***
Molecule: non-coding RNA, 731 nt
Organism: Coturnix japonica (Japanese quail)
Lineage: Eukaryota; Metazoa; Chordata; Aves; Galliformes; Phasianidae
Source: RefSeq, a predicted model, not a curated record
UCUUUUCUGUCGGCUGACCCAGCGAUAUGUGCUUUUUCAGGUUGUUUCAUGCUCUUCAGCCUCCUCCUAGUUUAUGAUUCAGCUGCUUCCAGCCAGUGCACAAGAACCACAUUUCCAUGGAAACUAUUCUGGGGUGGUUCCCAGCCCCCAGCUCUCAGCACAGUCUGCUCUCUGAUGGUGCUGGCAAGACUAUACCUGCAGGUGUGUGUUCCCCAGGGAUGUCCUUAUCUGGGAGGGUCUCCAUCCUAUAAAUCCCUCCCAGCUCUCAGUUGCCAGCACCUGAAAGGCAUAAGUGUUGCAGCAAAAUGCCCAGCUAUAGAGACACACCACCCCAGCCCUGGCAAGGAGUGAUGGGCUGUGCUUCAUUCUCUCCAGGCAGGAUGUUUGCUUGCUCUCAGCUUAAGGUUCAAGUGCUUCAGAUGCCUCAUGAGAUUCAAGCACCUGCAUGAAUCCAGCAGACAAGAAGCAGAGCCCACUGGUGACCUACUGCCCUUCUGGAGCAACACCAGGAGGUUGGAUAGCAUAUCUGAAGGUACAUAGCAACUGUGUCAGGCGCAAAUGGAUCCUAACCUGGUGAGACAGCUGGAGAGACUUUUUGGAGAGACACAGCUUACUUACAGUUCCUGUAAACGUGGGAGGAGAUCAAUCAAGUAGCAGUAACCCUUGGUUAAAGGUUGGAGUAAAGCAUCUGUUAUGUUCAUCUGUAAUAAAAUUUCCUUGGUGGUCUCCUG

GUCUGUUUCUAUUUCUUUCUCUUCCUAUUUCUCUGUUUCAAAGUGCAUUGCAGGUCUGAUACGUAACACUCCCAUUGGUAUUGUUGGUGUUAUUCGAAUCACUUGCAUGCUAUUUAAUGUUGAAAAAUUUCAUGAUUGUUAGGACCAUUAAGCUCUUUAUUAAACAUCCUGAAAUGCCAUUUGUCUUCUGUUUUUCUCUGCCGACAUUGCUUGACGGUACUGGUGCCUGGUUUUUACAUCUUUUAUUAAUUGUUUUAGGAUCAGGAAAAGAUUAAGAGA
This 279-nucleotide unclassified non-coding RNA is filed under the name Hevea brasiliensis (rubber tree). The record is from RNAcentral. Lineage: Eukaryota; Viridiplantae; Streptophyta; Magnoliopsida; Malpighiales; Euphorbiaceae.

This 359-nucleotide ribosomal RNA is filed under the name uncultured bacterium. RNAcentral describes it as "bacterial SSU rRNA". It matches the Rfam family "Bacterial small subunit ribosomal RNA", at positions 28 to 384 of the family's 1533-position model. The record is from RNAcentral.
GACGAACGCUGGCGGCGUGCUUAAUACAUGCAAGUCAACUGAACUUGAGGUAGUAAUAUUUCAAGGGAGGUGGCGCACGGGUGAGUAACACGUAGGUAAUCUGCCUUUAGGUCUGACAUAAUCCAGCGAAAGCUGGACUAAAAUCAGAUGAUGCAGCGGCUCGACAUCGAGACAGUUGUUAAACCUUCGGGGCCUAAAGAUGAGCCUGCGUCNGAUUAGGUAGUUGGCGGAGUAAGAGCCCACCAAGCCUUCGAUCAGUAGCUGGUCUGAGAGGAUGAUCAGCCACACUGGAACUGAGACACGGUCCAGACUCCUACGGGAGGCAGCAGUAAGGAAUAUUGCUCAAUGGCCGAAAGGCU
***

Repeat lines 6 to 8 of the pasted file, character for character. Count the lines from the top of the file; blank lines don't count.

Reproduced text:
GUCUGUUUCUAUUUCUUUCUCUUCCUAUUUCUCUGUUUCAAAGUGCAUUGCAGGUCUGAUACGUAACACUCCCAUUGGUAUUGUUGGUGUUAUUCGAAUCACUUGCAUGCUAUUUAAUGUUGAAAAAUUUCAUGAUUGUUAGGACCAUUAAGCUCUUUAUUAAACAUCCUGAAAUGCCAUUUGUCUUCUGUUUUUCUCUGCCGACAUUGCUUGACGGUACUGGUGCCUGGUUUUUACAUCUUUUAUUAAUUGUUUUAGGAUCAGGAAAAGAUUAAGAGA
This 279-nucleotide unclassified non-coding RNA is filed under the name Hevea brasiliensis (rubber tree). The record is from RNAcentral. Lineage: Eukaryota; Viridiplantae; Streptophyta; Magnoliopsida; Malpighiales; Euphorbiaceae.

This 359-nucleotide ribosomal RNA is filed under the name uncultured bacterium. RNAcentral describes it as "bacterial SSU rRNA". It matches the Rfam family "Bacterial small subunit ribosomal RNA", at positions 28 to 384 of the family's 1533-position model. The record is from RNAcentral.